WH:  That is a misunderstanding about the title. One of the producers, Edward Pressman, owned the rights for the title and I immediately said this will haunt the film it will lead to misunderstandings.  And I immediately started to battle for a different title, at that came up:  Port of Call New Orleans, so if you want to do a franchise, do Port of Call Detroit, Port of Call Oakland, Port of Call Huston, Port of Call Singapore. So go for that. And now we have to celebrate. I can live with that.  But it lead to the misunderstanding with Abel Ferrara, that it was going to be a remake.  I've never seen that film, or any of his other films, I don't even know who he is.  But it is fine.  I heard he is a fine filmmaker, very bold.  And kind of vociferous which I like.  That is what moviemaking is all about. And lets face it, if dust is kicked up, fine, yes.  If you have a baseball game and the coach doesn't storm out from the dugout and kick dust at the umpire, what sort of baseball game is it?  If you have a hockey game and there is no big brawl on the ice, it is not worth the money.

 
AQ:  In all of your films there seems to be some kind of animal...

WH:  I do not know where it comes from but I love to cast animals in important parts.  With the iguanas and the alligator, I insisted it had to be different.  Something completely and utterly demented.  And I told the cinematographer, you are not going to be allowed to touch this one, I have to shoot this myself.  So I had a tiny little lens connected to a fiber optic cable.  And I brought it only millimeters away from the eyes of the iguana.  And I knew the creature would look utterly perplexed and stupid.  And I had a reflector installed so that I would always catch some sort of light intruding into the image as if there was some sort of a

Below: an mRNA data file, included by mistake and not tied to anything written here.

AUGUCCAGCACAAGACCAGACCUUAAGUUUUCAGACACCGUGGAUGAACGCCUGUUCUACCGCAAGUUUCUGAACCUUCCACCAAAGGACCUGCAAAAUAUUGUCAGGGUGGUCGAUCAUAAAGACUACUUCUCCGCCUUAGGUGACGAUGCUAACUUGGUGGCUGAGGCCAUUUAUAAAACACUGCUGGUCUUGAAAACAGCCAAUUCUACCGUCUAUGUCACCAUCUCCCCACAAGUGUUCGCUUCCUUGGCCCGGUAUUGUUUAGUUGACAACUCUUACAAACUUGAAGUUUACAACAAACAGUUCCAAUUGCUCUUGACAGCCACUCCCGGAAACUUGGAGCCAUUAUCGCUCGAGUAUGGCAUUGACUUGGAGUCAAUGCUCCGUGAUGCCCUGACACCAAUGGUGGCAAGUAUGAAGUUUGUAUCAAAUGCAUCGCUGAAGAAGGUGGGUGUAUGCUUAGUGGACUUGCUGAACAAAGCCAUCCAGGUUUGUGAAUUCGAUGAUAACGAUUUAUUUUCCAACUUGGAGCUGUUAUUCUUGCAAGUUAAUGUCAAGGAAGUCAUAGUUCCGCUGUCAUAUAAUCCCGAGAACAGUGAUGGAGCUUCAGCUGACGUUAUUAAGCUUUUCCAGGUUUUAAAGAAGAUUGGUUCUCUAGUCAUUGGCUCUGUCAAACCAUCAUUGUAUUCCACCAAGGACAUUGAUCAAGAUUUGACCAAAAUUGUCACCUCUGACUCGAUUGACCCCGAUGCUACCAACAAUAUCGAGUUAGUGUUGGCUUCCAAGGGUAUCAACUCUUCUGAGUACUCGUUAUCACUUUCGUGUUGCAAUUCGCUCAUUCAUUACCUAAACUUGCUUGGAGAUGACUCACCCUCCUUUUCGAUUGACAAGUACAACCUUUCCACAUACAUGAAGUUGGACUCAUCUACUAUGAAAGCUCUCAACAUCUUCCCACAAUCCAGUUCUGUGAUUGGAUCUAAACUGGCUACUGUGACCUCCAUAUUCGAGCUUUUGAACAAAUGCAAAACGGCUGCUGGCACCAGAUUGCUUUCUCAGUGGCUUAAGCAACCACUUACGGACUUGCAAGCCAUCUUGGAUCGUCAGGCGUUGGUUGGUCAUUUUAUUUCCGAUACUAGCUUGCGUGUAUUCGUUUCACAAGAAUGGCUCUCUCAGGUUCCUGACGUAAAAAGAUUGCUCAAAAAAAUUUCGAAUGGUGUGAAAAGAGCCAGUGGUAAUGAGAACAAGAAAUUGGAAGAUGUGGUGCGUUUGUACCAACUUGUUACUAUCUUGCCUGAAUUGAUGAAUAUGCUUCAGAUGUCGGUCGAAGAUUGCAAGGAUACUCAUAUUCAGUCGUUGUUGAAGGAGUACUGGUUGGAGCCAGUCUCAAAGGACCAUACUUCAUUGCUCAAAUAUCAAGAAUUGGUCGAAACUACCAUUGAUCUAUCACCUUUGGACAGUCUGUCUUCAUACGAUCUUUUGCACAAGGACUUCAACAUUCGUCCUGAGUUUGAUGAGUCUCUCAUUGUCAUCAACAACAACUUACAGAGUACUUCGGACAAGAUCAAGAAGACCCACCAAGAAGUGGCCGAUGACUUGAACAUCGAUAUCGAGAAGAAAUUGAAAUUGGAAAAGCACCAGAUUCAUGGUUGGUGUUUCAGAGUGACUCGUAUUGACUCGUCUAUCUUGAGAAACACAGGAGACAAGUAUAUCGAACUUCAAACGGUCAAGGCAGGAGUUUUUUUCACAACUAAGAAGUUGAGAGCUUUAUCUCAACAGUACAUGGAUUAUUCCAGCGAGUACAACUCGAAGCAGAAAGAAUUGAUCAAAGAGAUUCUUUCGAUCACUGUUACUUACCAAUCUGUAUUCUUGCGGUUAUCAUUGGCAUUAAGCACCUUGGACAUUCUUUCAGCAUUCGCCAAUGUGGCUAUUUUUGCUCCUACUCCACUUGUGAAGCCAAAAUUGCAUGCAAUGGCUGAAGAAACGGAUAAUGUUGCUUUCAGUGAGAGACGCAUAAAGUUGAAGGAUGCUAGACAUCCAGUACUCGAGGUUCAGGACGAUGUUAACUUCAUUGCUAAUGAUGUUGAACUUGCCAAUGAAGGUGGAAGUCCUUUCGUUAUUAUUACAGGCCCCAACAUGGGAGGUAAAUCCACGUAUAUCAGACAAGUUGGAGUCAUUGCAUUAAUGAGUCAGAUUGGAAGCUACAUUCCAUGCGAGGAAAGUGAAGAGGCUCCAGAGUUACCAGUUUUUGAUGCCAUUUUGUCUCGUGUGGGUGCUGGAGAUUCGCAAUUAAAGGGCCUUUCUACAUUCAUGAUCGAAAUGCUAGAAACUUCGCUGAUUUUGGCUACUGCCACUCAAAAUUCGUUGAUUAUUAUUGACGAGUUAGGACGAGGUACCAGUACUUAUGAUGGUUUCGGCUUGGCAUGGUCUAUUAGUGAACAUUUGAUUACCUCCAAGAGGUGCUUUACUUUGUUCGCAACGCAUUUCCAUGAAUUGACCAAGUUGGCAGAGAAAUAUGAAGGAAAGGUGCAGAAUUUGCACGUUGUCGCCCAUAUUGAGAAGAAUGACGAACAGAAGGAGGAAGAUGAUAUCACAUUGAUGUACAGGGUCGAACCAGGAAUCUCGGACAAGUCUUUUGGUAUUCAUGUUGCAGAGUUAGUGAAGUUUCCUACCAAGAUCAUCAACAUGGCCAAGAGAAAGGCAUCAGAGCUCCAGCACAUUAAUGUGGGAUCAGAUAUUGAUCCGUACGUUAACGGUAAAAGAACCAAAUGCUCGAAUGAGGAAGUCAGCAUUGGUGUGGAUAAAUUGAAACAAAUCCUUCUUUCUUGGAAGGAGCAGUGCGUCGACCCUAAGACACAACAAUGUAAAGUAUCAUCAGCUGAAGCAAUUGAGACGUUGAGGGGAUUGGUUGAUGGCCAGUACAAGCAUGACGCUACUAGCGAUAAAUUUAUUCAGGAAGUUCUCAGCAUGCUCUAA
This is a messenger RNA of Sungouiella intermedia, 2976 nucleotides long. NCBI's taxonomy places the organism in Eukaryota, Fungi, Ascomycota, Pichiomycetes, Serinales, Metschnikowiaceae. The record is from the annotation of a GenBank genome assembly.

mistake in it or so.  And I was always searching over the eyes, I was searching for Nicholas Cage and I was searching for the reflector which the main camera wouldn't see.  And I had this idea about the iguanas only maybe two days before we shot them.  I said I want to have iguanas and I want to film them myself.  And the crew asked me why do you do that and what is the meaning of it?  I said, 'Damn it! I have no idea what the meaning is, I only know it is going to be big.'

 
AQ:  Whose idea was it to wrap things up so quickly in the end? There were five problems and then boom, boom, boom, everything was done (I love it by the way, it was absolutely brilliant!)

 
WH: That is the brilliance of the screenplay, but of course I staged it in a way that nonstop somebody is moving out and somebody is moving into the same frame without cut.  As if it was a deus ex machina, everything is suddenly fine, everything falls in place, and he gets money, he gets the case solved, and he gets promoted and the pregnant girlfriend.  All of a sudden everything explodes and things settle and being well.  I tried to get the audience into a mood where everything is good now and it gets even worse.